Oath Keepers founder Stewart Rhodes was found guilty of agitating conspiracy

Jury convicts the leader of a far-right group that supports Trump's efforts to overturn the 2020 election

Stewart Rhodes, founder of the far-right Oath-Keeper militia, was found guilty of seditious conspiracy, charges arising from the attack on the US Capitol by supporters of Donald Trump.

Rhodes and co-defendant Kelly Meggs were the first people in nearly three decades to be found guilty of a civil war-era charge that was rarely used at trial. The trial is the biggest test yet for the US justice department in its quest to hold those responsible for the attack that shook the very foundations of US democracy. On social media, Harry Litman, a former US attorney turned legal analyst, said the guilty verdict represented "a very big, big win for the US [the justice department] in a case that is challenging and very important, even historic".

Rhodes is a former Yale Law-educated paratrooper and a retired attorney. In an eight-week trial, he and four associates are accused of instigating a plot to use force to stop Congress certifying Joe Biden's 2020 election win.

It was the most significant trial to emerge from the Capitol Riot on January 6, 2021, which has been linked to nine deaths including suicide among law enforcement officers. A US district judge, Amit Mehta, presided over. The 12-member jury deliberated for three days.

Rhodes' four co-defendants are Meggs, Kenneth Harrelson, Jessica Watkins, and Thomas Caldwell.

Meggs was convicted of seditious conspiracy. Harrelson, Caldwell and Watkins were released.

During the trial, Watkins admitted to obstructing police officers, and apologised. All five defendants were convicted of obstruction of justice, with varying sentences on several other charges. Rhodes was acquitted of two other conspiracy charges.

Rhodes intends to appeal, defense attorney James Lee Bright told reporters. Another Rhodes attorney, Ed Tarpley, described the ruling as a "mixed bag", adding, "This is not a total victory for the government in any way, shape, or form."

"We feel like we're bringing a case that shows through evidence and testimony that Mr Rhodes did not commit a crime of seditious conspiracy," Tarpley said.

Rhodes, who wore a blindfold after accidentally shooting himself in the face, is one of the most prominent defendants out of some 900 people charged so far in connection with the Capitol attack.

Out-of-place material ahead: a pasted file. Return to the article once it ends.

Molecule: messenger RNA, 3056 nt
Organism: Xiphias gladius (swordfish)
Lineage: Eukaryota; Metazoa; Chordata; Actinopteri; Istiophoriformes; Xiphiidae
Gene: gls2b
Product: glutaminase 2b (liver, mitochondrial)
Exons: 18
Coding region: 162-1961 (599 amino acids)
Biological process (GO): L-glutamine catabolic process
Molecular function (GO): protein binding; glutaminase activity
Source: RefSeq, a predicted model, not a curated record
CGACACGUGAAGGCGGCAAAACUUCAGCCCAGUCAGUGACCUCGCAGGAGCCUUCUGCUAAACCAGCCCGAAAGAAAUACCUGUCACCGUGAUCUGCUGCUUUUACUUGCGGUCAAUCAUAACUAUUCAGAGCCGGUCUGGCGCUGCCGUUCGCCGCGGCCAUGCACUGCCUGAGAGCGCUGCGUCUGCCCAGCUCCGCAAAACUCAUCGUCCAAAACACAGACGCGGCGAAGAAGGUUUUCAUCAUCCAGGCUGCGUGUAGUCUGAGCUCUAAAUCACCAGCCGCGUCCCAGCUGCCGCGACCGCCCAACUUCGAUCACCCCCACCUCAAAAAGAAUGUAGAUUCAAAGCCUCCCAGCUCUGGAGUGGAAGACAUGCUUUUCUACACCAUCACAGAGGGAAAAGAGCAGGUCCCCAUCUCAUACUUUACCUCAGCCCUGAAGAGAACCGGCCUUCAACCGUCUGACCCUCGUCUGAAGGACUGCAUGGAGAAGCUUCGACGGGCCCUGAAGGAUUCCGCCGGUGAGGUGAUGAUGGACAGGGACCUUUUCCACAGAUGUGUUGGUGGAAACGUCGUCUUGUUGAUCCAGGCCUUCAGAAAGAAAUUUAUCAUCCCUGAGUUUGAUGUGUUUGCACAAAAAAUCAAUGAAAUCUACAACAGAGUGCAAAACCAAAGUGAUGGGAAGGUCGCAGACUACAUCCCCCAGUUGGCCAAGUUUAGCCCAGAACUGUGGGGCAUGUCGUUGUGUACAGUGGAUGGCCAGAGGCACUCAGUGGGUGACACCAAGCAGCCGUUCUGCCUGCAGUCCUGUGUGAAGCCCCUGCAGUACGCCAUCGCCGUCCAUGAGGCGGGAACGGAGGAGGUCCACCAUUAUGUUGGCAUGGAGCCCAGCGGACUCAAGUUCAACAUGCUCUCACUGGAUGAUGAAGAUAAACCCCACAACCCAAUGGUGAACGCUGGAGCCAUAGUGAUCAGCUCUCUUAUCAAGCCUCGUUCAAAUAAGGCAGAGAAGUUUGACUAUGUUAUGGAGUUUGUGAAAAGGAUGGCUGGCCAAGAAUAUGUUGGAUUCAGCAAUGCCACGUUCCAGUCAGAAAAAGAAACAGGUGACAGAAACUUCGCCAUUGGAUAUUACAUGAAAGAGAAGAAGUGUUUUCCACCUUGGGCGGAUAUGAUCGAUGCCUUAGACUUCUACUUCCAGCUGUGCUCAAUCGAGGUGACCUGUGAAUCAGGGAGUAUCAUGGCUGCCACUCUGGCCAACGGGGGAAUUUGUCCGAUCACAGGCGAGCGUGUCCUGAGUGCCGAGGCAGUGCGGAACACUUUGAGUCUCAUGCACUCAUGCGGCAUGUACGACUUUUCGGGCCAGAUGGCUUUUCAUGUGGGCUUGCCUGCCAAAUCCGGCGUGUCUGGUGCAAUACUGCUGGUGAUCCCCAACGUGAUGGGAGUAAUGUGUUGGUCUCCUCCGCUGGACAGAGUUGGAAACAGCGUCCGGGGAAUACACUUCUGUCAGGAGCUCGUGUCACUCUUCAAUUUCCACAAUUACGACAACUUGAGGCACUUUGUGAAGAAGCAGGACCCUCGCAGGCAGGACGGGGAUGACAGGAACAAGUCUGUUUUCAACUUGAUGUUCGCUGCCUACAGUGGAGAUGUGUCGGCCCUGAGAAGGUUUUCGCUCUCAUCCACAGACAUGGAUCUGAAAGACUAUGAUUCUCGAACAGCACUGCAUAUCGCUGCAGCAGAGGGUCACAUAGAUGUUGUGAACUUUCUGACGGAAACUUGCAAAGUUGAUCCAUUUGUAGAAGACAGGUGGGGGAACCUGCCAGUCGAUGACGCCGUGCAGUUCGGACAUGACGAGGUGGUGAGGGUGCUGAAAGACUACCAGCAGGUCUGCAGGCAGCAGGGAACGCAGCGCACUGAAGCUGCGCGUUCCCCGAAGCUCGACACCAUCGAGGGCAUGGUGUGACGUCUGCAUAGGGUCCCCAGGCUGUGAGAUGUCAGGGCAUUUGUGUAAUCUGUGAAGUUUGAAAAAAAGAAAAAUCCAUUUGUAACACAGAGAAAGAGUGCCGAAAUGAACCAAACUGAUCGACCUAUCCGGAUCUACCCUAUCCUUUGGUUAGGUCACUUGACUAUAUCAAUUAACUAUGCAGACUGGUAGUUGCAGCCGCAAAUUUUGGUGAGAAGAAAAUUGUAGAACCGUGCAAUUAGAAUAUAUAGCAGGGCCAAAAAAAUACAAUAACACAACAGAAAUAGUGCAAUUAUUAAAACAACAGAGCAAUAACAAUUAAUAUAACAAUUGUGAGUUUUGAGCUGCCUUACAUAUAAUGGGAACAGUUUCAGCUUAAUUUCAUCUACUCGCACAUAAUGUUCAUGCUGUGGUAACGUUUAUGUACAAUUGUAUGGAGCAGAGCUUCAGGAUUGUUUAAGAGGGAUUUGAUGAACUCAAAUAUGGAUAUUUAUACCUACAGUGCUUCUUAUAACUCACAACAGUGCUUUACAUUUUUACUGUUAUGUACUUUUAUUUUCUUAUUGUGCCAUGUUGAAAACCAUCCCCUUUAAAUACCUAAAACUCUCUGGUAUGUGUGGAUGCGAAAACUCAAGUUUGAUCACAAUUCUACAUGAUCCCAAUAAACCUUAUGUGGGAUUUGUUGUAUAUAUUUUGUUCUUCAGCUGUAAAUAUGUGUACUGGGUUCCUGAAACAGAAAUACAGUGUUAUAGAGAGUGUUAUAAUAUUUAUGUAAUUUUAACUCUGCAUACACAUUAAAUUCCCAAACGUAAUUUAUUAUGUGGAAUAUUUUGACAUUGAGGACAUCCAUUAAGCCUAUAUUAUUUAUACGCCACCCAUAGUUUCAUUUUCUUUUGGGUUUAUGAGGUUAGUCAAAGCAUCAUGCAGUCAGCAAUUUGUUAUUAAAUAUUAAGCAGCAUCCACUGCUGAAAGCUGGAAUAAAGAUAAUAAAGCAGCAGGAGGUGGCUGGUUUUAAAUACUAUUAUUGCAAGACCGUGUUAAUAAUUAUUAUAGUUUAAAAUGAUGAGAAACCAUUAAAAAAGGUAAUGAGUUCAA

He founded Oath Keepers, whose members include current and retired military personnel, law enforcement officers, and first responders, in 2009. Members have appeared, often heavily armed, at protests and political events including demonstrations following the May 2020 killing of George Floyd by a white police officer in Minneapolis.

Prosecutors said Rhodes and his co-defendants planned to use force to stop Congress from certifying Biden's victory.

Rhodes did not enter the Capitol but was accused of leading the plot. Through recordings and encrypted messages, jurors heard how he rallied followers to fight for Trump, warned about the "bloody" civil war and expressed regret that Oath Keeper did not carry a rifle on January 6.

Meggs, Watkins, and Harrelson enter the Capitol in tactical gear. The defendants are accused of creating a "rapid response force" stationed in a hotel in Virginia and equipped with firearms that could be quickly transported to Washington.

Fifty witnesses testified. Rhodes and two others testified in their own defense. They denied planning the attacks or trying to stop Congress from passing the results. Rhodes insisted that his followers who went inside went rogue.

Prosecutors attempted to paint Rhodes as a liar, showing him his seditious text messages, videos, photos and recordings. This included Rhodes saying he could have hung the speaker of the House, Nancy Pelosi, from a lamppost.

Watkins, a transgender woman who fled from the US army, and Caldwell, a disabled navy veteran, were the others who chose to testify.

Watkins admitted "criminal responsibility" for obstructing officers inside the Capitol but denied plans to storm the building, instead describing "swept away" at the time, much like the behavior of enthusiastic shoppers when they rush to stores to buy discounted holiday gifts.

Caldwell, who like Rhodes had not entered the Capitol, never formally joined the Oath Keepers. He has tried to play down the inflammatory texts he sent in connection with the attack, saying some lines were adapted from or inspired by movies such as The Princess Bride or cartoons such as Bugs Bunny.

The other four members of Oath Keeper charged with conspiracy to incite will be tried in December. Members of another far-right group, the Proud Boys, including its former chairman Enrique Tarrio, will also be tried on charges of seditious conspiracy in December. This article was written by EDUKASI CAMPUS. 

Post a Comment

Previous Post Next Post

Contact Form